Does any of this sound familiar?
Are you going to start going to the gym?
Our adoption paperwork is taking all my time now. I’ll use our gym membership after we adopt.
Honey, should we talk to a counselor?
Let’s do that after we adopt. Counseling is expensive, and we need to save the money for the adoption right now.
Do you plan to take a vacation this year?
No, we’re going somewhere after we adopt. We’re trying to save up all the paid time off that we can get at work.
Should we get life insurance?
Let’s do that after we adopt…there’s no point in getting it right now.
When are you going to quit smoking?
After we adopt.
Have you found a new church?
We’ll look around after we adopt and have a new baby to bring along.
“After we adopt” is probably the biggest excuse we’ve heard in our 30 years in the adoption field. It’s used as a reason for procrastinating on something that people know they should do. Some are anxious that it may get in the way of their adoption plans. Read on as we share what to do while waiting for adoption. Avoid procrastination during your wait and act now!
Although it’s a joyous event, welcoming a new child into your home is stressful. The truth is, you might not have time to focus on doing any of the things you planned to do after you adopt. You’ll be devoting your time and attention to your new child, wrapped up in his or her needs, enjoying every milestone. That child will be the focus of your life, and you won’t want to take time away from parenthood to deal with things that you didn’t want to deal with when you had the time.
Right now, while you’re waiting for adoption, Lifetime encourages you to tend to yourself physically, spiritually, and emotionally. Revive yourself and your marriage.
Taking care of yourself physically may mean getting in shape or quitting smoking. Both can be done without an expensive gym membership or cessation programs. Begin by taking walks around the neighborhood, or searching for free fitness videos on YouTube. Ask your doctor about the best way to quit smoking that may be covered by your insurance.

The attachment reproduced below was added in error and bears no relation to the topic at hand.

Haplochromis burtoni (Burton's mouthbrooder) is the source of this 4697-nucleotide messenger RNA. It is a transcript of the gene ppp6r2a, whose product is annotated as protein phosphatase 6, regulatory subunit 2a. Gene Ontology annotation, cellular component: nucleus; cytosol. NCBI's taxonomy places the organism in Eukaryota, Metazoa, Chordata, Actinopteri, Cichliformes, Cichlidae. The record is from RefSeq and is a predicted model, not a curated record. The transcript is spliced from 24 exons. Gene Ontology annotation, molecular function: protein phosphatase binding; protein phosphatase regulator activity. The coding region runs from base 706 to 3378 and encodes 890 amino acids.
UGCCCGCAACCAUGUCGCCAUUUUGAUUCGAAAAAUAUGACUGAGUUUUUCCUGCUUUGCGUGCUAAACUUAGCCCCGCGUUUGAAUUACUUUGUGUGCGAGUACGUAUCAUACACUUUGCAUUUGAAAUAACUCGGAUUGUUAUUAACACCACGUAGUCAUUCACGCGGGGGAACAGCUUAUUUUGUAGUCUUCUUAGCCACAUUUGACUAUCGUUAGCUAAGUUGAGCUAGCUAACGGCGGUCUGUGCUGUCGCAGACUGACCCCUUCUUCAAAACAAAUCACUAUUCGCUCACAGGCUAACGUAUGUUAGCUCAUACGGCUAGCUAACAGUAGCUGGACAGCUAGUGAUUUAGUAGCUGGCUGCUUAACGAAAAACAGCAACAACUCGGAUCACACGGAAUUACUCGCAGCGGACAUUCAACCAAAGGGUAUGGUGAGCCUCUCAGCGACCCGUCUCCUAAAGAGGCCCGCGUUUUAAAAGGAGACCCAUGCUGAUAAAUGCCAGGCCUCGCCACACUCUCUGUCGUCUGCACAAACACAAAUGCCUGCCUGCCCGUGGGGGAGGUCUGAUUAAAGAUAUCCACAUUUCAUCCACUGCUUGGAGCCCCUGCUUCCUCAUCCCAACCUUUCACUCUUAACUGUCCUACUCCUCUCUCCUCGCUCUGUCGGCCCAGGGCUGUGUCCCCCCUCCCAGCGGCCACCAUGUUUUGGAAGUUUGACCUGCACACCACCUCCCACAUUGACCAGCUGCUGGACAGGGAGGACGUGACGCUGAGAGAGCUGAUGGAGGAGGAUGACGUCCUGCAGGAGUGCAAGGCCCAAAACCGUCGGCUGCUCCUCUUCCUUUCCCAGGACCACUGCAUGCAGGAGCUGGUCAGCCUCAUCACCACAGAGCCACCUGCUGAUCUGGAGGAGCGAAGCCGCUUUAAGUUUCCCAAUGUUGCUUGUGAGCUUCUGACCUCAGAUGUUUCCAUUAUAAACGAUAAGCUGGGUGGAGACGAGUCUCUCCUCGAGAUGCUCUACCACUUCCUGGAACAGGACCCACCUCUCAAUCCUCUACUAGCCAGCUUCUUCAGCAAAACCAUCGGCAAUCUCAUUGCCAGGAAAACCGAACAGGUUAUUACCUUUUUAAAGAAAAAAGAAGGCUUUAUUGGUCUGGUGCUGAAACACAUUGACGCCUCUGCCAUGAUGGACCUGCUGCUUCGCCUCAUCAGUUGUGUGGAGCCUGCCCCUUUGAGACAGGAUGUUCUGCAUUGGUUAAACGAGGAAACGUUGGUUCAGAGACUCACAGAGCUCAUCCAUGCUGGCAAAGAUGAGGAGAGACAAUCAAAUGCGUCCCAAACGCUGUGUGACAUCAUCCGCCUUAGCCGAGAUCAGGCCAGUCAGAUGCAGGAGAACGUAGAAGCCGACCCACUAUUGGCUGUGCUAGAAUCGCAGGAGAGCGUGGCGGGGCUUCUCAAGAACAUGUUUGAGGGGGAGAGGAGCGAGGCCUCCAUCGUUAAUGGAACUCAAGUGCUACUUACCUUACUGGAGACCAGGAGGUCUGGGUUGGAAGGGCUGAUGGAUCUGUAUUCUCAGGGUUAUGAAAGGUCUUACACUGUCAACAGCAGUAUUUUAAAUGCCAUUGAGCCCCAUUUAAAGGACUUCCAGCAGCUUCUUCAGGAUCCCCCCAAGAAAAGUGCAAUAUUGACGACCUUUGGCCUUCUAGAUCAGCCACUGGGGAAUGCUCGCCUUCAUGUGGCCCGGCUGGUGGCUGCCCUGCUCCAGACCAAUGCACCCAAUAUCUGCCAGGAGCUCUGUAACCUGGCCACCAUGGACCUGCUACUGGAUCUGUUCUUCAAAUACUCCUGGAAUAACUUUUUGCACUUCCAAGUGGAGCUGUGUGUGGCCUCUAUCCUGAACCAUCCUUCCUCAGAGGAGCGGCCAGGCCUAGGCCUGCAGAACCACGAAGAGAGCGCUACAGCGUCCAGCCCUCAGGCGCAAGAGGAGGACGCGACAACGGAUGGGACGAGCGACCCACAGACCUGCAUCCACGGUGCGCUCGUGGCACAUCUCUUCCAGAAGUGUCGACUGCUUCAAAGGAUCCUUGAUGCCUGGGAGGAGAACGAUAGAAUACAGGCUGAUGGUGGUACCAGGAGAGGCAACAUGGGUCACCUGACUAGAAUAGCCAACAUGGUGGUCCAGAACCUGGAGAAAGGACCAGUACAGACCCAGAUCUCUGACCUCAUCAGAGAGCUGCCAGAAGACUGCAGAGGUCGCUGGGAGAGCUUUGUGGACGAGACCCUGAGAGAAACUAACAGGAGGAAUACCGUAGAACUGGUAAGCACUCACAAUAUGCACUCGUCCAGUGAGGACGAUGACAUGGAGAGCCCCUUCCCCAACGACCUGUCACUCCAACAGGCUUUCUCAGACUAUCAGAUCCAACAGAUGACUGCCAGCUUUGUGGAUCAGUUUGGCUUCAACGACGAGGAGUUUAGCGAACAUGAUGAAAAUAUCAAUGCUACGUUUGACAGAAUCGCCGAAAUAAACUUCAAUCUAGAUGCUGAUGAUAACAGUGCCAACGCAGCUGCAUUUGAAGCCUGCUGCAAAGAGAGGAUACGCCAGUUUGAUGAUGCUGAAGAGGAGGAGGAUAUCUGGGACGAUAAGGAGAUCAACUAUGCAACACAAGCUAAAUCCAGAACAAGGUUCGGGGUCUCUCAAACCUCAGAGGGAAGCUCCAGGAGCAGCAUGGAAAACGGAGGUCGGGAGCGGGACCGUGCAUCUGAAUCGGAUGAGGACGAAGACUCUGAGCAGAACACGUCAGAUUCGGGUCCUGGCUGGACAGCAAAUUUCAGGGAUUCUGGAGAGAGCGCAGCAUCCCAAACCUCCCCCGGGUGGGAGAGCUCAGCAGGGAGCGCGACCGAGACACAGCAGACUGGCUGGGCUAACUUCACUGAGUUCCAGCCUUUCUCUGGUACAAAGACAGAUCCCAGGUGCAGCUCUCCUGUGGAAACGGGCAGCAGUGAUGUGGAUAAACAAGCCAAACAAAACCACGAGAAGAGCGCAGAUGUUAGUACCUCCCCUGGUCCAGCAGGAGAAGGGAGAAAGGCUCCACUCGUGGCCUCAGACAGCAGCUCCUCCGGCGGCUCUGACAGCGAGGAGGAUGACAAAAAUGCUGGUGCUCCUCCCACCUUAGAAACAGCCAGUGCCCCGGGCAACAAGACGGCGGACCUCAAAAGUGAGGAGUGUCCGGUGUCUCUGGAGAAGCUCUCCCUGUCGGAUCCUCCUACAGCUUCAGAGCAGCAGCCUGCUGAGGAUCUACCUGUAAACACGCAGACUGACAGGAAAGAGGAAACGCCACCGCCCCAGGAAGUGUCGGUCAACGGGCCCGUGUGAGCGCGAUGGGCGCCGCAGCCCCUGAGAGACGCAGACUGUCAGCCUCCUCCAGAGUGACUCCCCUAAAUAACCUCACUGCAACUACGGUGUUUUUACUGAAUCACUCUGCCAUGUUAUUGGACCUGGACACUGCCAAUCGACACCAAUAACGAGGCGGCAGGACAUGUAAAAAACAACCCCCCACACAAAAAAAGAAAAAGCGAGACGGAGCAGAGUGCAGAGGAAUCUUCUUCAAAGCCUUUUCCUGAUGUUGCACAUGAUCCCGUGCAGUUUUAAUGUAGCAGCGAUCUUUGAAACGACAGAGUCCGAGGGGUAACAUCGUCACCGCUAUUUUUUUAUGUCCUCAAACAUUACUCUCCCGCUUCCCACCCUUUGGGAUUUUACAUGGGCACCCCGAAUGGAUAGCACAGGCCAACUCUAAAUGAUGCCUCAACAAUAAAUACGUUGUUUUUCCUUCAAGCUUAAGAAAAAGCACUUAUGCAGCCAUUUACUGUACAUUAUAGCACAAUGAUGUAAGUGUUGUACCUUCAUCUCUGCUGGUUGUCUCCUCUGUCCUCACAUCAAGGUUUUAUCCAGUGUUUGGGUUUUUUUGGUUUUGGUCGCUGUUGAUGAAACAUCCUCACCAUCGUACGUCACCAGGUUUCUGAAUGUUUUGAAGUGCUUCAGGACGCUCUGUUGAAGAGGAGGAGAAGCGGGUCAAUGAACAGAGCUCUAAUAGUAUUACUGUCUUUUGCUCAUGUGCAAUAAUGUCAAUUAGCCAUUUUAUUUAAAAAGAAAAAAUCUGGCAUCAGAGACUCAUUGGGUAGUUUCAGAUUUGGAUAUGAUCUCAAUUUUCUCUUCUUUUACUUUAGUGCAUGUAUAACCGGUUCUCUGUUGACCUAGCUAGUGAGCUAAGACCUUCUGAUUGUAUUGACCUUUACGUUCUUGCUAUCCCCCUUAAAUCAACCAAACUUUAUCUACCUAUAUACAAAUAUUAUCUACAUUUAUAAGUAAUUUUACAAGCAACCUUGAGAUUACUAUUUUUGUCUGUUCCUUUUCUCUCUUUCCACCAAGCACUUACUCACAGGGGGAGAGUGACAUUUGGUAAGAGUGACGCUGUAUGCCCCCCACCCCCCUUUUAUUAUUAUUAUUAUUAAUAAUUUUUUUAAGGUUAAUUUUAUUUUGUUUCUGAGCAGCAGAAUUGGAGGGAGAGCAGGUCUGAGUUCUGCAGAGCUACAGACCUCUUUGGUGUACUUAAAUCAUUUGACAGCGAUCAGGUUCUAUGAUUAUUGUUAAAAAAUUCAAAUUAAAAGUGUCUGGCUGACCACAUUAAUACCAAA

Taking care of yourself emotionally can happen by searching for a lay counselor at church or through a local organization. Look into your insurance benefits: counseling may be covered.
Taking care of yourself spiritually may mean finding a church that can provide support to you now, as you cope with the adoption wait. By giving and receiving support, your whole family will benefit.
Keeping your marriage strong means spending time together and prioritizing each other’s needs. Take a vacation together; it doesn’t have to be a lavish tropical getaway. It might be as simple as a long weekend that’s within driving distance. Or get creative and plan a “staycation” in the town you live in. Check out new spots and dine out at that hot new restaurant. Go to visit friends you haven’t seen in a while. There are so many ways that you can spend time together, relaxing and doing something different.
The bottom line is, don’t use the excuse of “after we adopt” to put off the things that you know you should do today. Pursuing adoption doesn’t mean that you have to put your life on hold. Every day is valuable – make the most of it as you prepare for the child God has for you.
Lifetime’s offices are closed today for the Labor Day holiday. Our 24-hour adoption line remains staffed and open for birth mothers, and for adoptive parents who need to reach us regarding an adoption match: 1-800-923-6784.
Remember to keep your cell phones charged and on today. Lifetime typically gets calls about urgent adoption situations when other adoption professionals aren’t available (they’re out enjoying the long weekend). If we need to contact you, we want to be sure that we can!
As the Chief Operating Officer (COO) of Lifetime Adoption, Heather Featherston holds an MBA and is passionate about working with those facing adoption, pregnancy, and parenting issues. Heather has conducted training for birth parent advocates, spoken to professional groups, and has appeared on television and radio to discuss the multiple aspects of adoption. She has provided one-on-one support to women and hopeful adoptive parents working through adoption decisions.
Since 2002, she has been helping pregnant women and others in crisis to learn more about adoption. Heather also trains and speaks nationwide to pregnancy clinics to effectively meet the needs of women who want to explore adoption for their child. Today, she continues to address the concerns women have about adoption and supports the needs of women who choose adoption for their child.
As a published author of the book Called to Adoption, Featherston loves to see God’s hand at work every day as she helps children and families come together through adoption.